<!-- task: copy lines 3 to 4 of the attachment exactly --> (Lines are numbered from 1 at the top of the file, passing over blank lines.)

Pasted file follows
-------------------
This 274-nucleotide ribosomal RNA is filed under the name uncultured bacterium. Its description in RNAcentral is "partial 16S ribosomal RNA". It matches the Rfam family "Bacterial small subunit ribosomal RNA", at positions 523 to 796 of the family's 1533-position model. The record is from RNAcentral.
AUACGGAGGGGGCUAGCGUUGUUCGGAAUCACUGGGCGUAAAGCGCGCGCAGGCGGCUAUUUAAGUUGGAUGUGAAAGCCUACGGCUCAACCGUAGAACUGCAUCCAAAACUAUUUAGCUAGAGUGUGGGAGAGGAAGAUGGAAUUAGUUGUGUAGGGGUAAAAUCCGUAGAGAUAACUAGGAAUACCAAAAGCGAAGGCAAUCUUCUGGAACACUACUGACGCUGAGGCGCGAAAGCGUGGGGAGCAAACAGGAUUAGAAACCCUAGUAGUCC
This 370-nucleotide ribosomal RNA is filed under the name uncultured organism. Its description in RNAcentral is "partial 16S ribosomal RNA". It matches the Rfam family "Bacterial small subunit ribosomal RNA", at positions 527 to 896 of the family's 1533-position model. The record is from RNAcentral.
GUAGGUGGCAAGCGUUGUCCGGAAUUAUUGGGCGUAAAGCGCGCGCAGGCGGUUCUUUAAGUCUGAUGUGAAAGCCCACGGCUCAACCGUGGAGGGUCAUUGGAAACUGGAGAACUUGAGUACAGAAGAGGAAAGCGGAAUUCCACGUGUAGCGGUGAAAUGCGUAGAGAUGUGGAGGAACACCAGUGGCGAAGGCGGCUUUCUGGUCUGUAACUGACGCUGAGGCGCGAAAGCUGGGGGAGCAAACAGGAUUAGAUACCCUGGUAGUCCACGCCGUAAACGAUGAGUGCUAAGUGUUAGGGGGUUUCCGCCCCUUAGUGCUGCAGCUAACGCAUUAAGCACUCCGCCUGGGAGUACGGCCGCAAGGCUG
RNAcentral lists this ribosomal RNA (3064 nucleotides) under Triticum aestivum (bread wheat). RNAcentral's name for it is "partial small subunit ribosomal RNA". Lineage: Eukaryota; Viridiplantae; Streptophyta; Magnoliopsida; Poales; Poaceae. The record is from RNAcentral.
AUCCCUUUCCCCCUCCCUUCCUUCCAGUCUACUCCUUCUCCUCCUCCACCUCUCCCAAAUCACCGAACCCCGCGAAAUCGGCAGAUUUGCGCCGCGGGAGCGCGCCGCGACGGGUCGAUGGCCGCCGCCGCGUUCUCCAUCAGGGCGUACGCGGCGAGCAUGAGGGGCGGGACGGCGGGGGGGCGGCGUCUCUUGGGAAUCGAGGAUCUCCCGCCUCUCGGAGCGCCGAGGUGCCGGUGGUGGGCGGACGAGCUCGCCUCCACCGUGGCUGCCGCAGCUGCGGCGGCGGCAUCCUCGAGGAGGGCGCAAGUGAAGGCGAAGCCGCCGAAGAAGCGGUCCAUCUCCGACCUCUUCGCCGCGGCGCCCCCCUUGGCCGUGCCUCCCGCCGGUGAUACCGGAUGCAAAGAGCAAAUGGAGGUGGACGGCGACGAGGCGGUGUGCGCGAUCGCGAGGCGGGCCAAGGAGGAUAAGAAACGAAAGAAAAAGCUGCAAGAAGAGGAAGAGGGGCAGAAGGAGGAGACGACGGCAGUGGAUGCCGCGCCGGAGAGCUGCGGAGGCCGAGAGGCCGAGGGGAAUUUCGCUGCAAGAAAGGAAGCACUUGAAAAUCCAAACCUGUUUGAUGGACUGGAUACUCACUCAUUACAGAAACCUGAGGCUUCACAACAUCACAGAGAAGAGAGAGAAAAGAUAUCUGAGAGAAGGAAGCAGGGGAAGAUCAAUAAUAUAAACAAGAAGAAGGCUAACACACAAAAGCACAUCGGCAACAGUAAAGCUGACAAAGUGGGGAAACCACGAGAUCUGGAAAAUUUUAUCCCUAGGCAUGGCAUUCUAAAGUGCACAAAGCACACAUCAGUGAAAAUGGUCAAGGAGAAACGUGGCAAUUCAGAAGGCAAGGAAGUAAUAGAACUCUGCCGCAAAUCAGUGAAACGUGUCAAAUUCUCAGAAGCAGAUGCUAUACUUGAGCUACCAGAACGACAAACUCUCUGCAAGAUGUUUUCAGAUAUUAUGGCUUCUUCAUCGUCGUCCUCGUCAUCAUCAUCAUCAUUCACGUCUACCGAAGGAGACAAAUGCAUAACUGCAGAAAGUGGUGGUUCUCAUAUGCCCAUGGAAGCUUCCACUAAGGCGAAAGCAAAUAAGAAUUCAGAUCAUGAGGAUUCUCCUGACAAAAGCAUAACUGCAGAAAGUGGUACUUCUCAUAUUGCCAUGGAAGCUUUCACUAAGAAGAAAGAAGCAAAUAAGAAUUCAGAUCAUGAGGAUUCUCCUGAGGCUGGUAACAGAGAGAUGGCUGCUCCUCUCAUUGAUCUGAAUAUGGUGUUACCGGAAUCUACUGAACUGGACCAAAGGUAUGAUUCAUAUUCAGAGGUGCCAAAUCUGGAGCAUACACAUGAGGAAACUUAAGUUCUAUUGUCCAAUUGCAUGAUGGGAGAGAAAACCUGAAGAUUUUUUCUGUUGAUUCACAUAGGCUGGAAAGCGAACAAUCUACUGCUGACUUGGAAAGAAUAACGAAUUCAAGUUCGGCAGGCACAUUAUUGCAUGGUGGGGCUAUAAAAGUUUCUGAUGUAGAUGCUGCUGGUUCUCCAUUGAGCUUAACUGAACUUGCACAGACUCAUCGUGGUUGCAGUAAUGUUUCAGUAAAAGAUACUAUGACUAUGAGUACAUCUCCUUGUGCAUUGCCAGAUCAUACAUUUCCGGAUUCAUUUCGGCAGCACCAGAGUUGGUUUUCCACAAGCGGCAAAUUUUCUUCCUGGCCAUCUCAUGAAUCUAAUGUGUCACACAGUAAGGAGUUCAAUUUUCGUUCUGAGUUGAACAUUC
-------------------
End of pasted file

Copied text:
This 370-nucleotide ribosomal RNA is filed under the name uncultured organism. Its description in RNAcentral is "partial 16S ribosomal RNA". It matches the Rfam family "Bacterial small subunit ribosomal RNA", at positions 527 to 896 of the family's 1533-position model. The record is from RNAcentral.
GUAGGUGGCAAGCGUUGUCCGGAAUUAUUGGGCGUAAAGCGCGCGCAGGCGGUUCUUUAAGUCUGAUGUGAAAGCCCACGGCUCAACCGUGGAGGGUCAUUGGAAACUGGAGAACUUGAGUACAGAAGAGGAAAGCGGAAUUCCACGUGUAGCGGUGAAAUGCGUAGAGAUGUGGAGGAACACCAGUGGCGAAGGCGGCUUUCUGGUCUGUAACUGACGCUGAGGCGCGAAAGCUGGGGGAGCAAACAGGAUUAGAUACCCUGGUAGUCCACGCCGUAAACGAUGAGUGCUAAGUGUUAGGGGGUUUCCGCCCCUUAGUGCUGCAGCUAACGCAUUAAGCACUCCGCCUGGGAGUACGGCCGCAAGGCUG